founded by leaders in the anti-gun movement who have strong ties to the
Blanding’s article calls John Rosenthal, the
president of AHSA’s foundation, a “Boston real estate developer who
served a stint on the board of the Brady Campaign to Prevent Gun
Violence.” But the article also quotes Rosenthal as saying he left the
Brady Campaign because of the organization’s “extreme anti-gun stance”.
Blanding leaves out any mention of the fact that Rosenthal created, and
still runs, the Massachusetts-based outfit known as Stop Handgun
Violence. Despite the fact that Blanding is from Boston, I was willing
to give him the benefit of the doubt. Perhaps Rosenthal didn’t
volunteer that information and Blanding simply didn’t do his research.
Then I found an article in Boston Magazine from February 2006 entitled
“Straight Shooter”. It’s a glowing profile of John Rosenthal, complete
with many mentions of his work with Stop Handgun Violence, and Michael
Blanding wrote it.
First it was "asian men" behind the plot to blow up British airlines headed for America, now it seems "men under the age of 30"
were plotting terrorist attacks in Denmark, at least according to the
BBC where informing readers of the religious identity of fanatical
Muslims seems to be taboo.
Danish police have arrested nine suspected terrorists, the country's security intelligence service says.
The suspects, believed to be all men under the age of 30, were picked up during overnight raids in Odense, Denmark's third largest city.
The country's Justice Minister, Lene Espersen, said it was likely they were planning an attack in Denmark.
According to less-timid news sources, the men arrested were Islamic fundamentalists.
The BBC knows this as that information is public domain. It could
easily have been included in the article linked above when it was
written or updated subsequently. I guess it's about the public's right
not to know. (Hat tip: LGF.)
The Wall Street Journal has a good editorial on CBS's latest ratings ploy, dividing contestants on its "Survivor" show up by race. The board argues, correctly in my view, that this isn't good for America:
Last week CBS revealed that its reality program "Survivor" would divide
competing teams (or "tribes") by race. Sometime this fall we could thus
be treated to an announcement like, "The white team has managed to vote
the black team off the island."
To more than a few people,
not surprisingly, this didn't exactly seem like a great idea. In fact,
it seemed like a very bad one, playing up identity-politics divisions
in a crude and potentially rancorous way. "This idea is so
ill-conceived that it would be funny--but for the fact that racism does
still sometimes rear its ugly head," New York City Councilman John Liu
Still, network executives have not backed down, even
when GM, a major "Survivor" sponsor, announced this week its decision
to pull its advertising from the program. (GM claims this had nothing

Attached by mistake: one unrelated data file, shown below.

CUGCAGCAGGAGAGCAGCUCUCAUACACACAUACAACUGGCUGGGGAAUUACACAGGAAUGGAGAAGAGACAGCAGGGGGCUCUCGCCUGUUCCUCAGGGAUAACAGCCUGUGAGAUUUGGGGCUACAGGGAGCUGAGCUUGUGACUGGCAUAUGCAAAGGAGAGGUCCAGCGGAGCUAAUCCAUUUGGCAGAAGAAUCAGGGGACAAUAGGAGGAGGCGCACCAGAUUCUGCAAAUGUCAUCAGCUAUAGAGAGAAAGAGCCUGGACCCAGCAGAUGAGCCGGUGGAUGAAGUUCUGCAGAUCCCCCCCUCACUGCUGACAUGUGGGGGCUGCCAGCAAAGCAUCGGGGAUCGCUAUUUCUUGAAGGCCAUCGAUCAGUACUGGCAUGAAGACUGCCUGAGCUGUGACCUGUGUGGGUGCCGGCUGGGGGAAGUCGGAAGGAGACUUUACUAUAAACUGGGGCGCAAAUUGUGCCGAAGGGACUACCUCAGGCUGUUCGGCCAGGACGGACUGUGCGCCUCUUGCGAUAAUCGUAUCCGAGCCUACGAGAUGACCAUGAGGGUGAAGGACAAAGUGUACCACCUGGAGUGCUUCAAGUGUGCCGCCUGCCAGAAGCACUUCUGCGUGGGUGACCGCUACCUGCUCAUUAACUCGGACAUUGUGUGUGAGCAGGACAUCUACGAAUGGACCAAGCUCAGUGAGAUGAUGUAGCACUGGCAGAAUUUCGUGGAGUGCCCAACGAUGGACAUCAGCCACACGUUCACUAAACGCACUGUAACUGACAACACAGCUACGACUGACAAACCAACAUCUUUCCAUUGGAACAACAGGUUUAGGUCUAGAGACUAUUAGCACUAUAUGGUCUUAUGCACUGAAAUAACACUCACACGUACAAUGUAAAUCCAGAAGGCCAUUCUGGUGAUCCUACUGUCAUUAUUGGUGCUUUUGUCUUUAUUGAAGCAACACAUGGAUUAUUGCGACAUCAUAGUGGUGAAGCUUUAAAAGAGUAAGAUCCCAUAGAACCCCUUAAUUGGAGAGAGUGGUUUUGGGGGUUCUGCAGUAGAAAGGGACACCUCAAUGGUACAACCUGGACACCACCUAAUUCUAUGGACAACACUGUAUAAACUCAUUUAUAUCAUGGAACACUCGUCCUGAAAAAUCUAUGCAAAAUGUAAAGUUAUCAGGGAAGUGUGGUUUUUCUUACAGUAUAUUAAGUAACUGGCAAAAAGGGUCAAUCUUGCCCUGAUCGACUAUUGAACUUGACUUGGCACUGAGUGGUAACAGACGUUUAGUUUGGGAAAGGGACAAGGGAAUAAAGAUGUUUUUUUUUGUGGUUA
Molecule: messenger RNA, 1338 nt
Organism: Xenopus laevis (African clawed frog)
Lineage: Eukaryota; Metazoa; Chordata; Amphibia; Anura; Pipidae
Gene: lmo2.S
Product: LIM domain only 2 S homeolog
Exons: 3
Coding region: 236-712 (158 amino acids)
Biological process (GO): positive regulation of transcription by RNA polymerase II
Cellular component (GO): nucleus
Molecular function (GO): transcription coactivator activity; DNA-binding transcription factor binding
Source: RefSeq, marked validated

to do with the show's new season.) Mark Burnett, the producer of
"Survivor," has defended his race-based concept by noting that the show
has been criticized in the past for not having enough diversity. "We're
always hearing about how we only have two token blacks on the show."
surely Mr. Burnett and his colleagues realized that their new effort at
"diversity" would not pass without controversy. They probably welcomed
it, for the show's ratings are in need of a boost. And, like it or not,
the ploy will probably work. You don't have to survey every American
family, or even every Nielsen family, to find out that people like
watching people who look like themselves on TV. Many "Survivor"
watchers may well find themselves cheering on "their team." Mr. Burnett
suggests that his program is simply presenting life as it really is:
"Even though people may work together, they do tend in their private
lives to divide along social and ethnic lines."
At a recent journalists convention in Israel, the assembled representatives of the world's elite media realized that press's coverage of the recent war in Lebanon has been flawed. And that it was Israel's fault. See NRO's Media blog for details, then read the rest of this article (h/t LGF):
In short, much of the most incendiary
media coverage of this war seems to have been either staged or
fabricated. The big question is why the western media would perpetrate
such institutionalised mendacity. Many ancillary reasons come to mind.
There is the reliance upon corrupted news and picture agencies which
employ Arab propagandists as stringers and cameramen. There is the herd
mentality of the media which decides collectively what the story is.
There is the journalists’ fear for their personal safety if they report
the truth about terrorist outfits. There is the difficulty of
discovering the truth from undemocratic regimes and terrorist
organisations. There is the language barrier; there is professional
laziness; there is the naïve inability to acknowledge the depths of
human evil and depravity; there is the moral inversion of the left
which believes that western truth-tellers automatically tell lies,
while third world liars automatically tell the truth.
But the big answer is that the western media transmit the lies of
Hezbollah because they want to believe them. And that’s because the Big
Lie these media tell — and have themselves been told — about Israel and